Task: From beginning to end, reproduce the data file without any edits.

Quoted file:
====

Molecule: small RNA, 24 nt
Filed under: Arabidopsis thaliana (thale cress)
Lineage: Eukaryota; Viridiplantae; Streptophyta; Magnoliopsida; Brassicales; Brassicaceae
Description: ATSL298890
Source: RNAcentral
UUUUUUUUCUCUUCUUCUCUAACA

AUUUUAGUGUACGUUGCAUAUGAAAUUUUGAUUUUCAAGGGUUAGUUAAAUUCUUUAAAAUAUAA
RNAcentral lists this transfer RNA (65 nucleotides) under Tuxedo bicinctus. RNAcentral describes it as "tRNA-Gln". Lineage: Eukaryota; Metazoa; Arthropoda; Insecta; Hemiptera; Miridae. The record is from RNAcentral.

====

Molecule: small RNA, 24 nt
Filed under: Arabidopsis thaliana (thale cress)
Lineage: Eukaryota; Viridiplantae; Streptophyta; Magnoliopsida; Brassicales; Brassicaceae
Description: ATSL298890
Source: RNAcentral
UUUUUUUUCUCUUCUUCUCUAACA

AUUUUAGUGUACGUUGCAUAUGAAAUUUUGAUUUUCAAGGGUUAGUUAAAUUCUUUAAAAUAUAA
RNAcentral lists this transfer RNA (65 nucleotides) under Tuxedo bicinctus. RNAcentral describes it as "tRNA-Gln". Lineage: Eukaryota; Metazoa; Arthropoda; Insecta; Hemiptera; Miridae. The record is from RNAcentral.